April '20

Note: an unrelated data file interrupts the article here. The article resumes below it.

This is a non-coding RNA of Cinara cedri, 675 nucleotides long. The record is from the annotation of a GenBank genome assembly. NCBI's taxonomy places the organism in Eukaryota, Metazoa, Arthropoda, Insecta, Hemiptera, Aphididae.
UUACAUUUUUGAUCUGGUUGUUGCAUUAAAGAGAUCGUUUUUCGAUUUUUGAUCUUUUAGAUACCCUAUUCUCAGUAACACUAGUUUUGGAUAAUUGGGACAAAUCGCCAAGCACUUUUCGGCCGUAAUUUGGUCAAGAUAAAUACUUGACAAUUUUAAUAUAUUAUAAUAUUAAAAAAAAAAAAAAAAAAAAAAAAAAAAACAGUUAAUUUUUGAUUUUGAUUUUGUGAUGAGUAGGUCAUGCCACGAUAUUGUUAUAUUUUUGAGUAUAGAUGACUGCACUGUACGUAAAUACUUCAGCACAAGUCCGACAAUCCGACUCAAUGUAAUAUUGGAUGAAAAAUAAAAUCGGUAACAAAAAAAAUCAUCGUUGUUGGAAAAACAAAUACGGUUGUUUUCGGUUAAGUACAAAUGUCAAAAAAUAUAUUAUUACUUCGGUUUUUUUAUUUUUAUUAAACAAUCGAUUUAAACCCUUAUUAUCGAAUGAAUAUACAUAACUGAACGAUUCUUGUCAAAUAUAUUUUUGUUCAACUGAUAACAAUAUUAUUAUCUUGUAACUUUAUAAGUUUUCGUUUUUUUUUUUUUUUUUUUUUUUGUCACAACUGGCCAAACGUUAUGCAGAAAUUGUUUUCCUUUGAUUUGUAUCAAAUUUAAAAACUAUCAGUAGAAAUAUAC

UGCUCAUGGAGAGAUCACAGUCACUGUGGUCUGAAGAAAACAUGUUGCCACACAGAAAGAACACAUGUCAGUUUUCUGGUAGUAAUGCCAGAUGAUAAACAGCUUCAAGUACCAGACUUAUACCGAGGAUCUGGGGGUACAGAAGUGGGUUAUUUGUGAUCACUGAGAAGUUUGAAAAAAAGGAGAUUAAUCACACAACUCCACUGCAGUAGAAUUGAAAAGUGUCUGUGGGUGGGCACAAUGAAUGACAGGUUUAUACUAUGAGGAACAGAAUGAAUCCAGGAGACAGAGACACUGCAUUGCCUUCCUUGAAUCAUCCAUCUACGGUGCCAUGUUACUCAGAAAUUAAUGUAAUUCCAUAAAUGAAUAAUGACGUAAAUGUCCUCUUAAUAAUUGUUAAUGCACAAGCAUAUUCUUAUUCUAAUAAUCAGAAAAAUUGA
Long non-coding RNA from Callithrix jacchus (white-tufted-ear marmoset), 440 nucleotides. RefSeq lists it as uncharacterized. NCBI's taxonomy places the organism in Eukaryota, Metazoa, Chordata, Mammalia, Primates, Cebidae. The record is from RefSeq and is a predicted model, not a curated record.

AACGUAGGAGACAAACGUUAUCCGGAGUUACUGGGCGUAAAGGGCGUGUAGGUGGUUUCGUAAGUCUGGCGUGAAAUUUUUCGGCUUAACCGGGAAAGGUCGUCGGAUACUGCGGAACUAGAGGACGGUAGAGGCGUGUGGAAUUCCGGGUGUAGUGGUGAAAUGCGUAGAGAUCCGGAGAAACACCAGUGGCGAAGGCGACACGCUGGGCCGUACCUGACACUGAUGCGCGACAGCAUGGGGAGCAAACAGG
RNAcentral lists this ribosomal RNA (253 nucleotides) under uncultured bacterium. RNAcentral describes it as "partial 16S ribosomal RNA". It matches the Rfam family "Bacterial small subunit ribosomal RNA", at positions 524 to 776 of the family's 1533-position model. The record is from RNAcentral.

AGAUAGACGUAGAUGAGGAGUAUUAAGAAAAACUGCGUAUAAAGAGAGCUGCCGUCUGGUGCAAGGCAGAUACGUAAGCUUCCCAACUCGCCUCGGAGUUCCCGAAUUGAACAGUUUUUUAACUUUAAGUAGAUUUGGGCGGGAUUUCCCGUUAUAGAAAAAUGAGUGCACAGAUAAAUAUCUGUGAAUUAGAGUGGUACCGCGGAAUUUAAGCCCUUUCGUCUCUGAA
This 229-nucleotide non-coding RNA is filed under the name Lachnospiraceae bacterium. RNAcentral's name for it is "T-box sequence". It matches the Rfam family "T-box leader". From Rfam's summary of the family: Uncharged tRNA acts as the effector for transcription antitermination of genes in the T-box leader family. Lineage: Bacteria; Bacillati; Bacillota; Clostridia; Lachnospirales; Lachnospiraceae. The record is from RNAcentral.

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rv-pro.com April 2020 • RV PRO • 25 Work through everyday dealership challenges with like-minded, non-competing peers in a Spader 20 Group. Under the guidance of a Spader facilitator who has been there as a business owner or manager, you'll learn best practices to apply to your dealership while utilizing detailed, proprietary reports and hard intelligence on group and industry trends. Find out why, for over 40 years, RV dealers consider their fellow members their virtual board of directors. REGISTER NOW AT spader.com/20-groups OR CALL (800) 772–3377 24-Hour Reporting Virtual Board of Directors Benchmark Against Leading Dealers UNIQUE BENEFITS Join a Spader 20 Group today. If business is taking you for a ride, grab a seat. T he service writer's authority includes the following five points: Authority No. 1: To define and implement procedures is necessary for a good service writer. However, just having the authority to implement a system is not enough. The general manager must also support and assist the service writer in establishing the proper procedures. Because this is an area that is by and large unfamiliar to many general managers, one must make the effort to get acquainted with a local car dealership. It is recommended that the general manager, service writer and bookkeeper all visit a well-es- tablished auto dealership where an effective service writing system is in place. Authority No. 2: To demand that all service personnel comply with billing procedures is not always easy. Many excel- lent technicians have an aversion to writing out descriptions of the service work they have completed. What the service techs need to understand is that a pencil can generate income almost as effectively as a wrench. The service tech who describes the problem and the steps taken to correct it makes it easier for the service writer to justify the bill to the customer and to charge appropriately for the work com- pleted. A sketchy or non-existent description makes it hard to hard to explain charges satisfactorily, and usually requires the service writer to waste time running down the tech. The general manager must support the authority granted to the service writer to insist that techs document their work. Authority No. 3: In challenging manufacturer warranty disclaimers, the service writer finds out if service procedures are failing to meet the manufacturers' requirements. If the service writer is submitting claims improperly, then the sit- uation should be remedied promptly. If the claims are being submitted properly, it is the service writer's responsibility to follow through and assure receipt of payment. The warranty on new products is a warranty from the manufacturer. There- fore, it is the company's responsibility to pay all prompt and valid claims submitted by the dealership. It is not fair for a dealership to insist on payment for warranty claims that are submitted "when the dealer gets around to them." Authority No. 4: Because the service writer is usually familiar with activities of the shop, this person should review all bills for supplies, etc. He or she should also question any charges or fees passed on to the customer that can be increased justifiably. Any recommended adjustments should be presented to the general manager for approval. Any questionable bills for supplies should be brought to the attention of the bookkeeper who pays them. Authority No. 5: Requesting assistance from the foreman probably should be at the top of the list. The position of service writer is primarily an administrative function; it is not a technical job. A service writer handles many of the routine administrative procedures of the shop. However, when spe- cific technical knowledge is required, the service writer must have the support of the shop foreman for assistance. The Service Writer's Authority

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